• You're in the Medicaid coverage gap. There are 14 states where Medicaid has not been expanded under the ACA, although two additional states—Missouri and Oklahoma—will expand Medicaid eligibility as of mid-2021. In 13 of those states (all but Wisconsin), there's little in the way of financial assistance for people who earn less than the poverty level but don't qualify for Medicaid (including all non-disabled adults who don't have dependent children). If you're in this situation, you have to pay full price for health insurance, which generally isn't realistic for people living below the poverty line. Once Missouri and Oklahoma expand Medicaid, there will only be 11 remaining states where a Medicaid coverage gap exists.

What Can You Do If You're Facing Unaffordable Premiums?

Most Americans get coverage from a subsidized government-run program (Medicare, Medicaid, or CHIP), an employer-sponsored plan that includes significant employer subsidies and tax breaks, or a subsidized individual market plan through the exchange. So the people who have to pay full price for their coverage are sometimes lost in the shuffle. But if you're faced with a premium bill that amounts to a substantial portion of your income, you're not alone. Let's take a look at what you can do in this situation.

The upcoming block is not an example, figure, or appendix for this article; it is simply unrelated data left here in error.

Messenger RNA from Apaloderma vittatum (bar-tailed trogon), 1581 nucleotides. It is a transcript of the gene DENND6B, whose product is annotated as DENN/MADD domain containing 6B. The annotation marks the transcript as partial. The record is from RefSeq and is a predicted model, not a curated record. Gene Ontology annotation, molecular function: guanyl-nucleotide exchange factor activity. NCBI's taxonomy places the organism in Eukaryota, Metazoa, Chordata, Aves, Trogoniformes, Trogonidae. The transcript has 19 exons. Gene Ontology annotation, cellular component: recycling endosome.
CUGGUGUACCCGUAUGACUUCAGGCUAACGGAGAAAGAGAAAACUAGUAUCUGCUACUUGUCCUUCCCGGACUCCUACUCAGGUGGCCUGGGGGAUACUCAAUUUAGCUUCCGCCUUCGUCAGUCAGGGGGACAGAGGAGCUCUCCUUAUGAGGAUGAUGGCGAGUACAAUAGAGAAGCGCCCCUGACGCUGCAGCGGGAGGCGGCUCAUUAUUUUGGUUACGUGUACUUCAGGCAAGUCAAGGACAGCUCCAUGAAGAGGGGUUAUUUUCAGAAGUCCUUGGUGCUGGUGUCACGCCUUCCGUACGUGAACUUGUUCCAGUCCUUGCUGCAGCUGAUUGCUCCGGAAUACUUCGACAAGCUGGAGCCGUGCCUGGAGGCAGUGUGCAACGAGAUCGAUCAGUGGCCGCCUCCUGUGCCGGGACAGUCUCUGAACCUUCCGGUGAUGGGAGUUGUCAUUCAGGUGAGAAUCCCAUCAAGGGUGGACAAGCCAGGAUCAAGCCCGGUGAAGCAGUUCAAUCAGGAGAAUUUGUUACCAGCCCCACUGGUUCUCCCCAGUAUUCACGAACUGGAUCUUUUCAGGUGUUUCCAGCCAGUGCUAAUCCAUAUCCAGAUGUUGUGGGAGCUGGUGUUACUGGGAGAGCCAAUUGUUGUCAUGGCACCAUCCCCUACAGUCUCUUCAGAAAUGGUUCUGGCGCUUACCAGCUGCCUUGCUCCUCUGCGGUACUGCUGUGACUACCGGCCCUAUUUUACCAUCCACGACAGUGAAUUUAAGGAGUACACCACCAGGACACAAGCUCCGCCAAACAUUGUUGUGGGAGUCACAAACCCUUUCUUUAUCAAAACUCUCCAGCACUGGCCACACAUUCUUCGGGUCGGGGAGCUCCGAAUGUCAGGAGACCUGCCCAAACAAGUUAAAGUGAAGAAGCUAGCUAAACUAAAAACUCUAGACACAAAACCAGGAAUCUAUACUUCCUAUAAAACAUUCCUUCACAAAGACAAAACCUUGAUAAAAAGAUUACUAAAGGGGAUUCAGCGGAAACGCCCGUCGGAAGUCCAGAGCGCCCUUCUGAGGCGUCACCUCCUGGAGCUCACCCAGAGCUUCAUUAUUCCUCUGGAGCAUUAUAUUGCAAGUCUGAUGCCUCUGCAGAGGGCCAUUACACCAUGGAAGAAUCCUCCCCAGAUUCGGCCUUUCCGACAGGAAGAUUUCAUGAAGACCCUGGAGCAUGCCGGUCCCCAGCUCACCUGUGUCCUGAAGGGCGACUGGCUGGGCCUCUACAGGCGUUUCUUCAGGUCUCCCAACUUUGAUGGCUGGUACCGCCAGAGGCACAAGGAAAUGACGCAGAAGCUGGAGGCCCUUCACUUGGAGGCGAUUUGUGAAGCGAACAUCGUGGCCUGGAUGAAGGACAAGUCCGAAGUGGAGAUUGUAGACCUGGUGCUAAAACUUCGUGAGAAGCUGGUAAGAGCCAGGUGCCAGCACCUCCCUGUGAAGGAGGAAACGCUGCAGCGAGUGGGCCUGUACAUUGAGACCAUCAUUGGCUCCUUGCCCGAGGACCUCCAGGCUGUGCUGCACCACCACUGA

First, understand why you're not eligible for financial assistance with your premiums. In most cases, you'll be in one of the three scenarios described above.

Talk to Your Employer

If your family is affected by the family glitch, it may help to discuss the situation with your employer. If, for example, your employer offers coverage to spouses but requires the entire premium to be payroll deducted (ie, the employer isn't paying any of the cost to cover the spouse), they may not realize that they may be inadvertently consigning families—particularly those with lower incomes—to unaffordable premiums due to the family glitch. Once they understand the implications for their employees' families, they may consider changing the benefits they offer (or they may not, but it can't hurt to discuss it with your employer).

It's important to understand, however, that the family might still not be eligible for financial assistance with their premiums even if the employer stops offering spousal coverage altogether (ie, eliminating the family glitch for the spouse). This is because premium subsidy eligibility is based on how the family's total on-exchange premiums compare with the family's total household income. The amount that the family pays for other non-exchange coverage is not taken into consideration. If some members of the household have coverage elsewhere (an employer's plan, for example, or Medicare), the on-exchange premiums for the remaining family members might not be enough to trigger a subsidy, depending on the household's total income.

Adjust Your Income to Qualify for Subsidies

Adjusting your income to qualify for premium subsidies in the exchange can work on both the high and the low ends of the subsidy eligibility spectrum.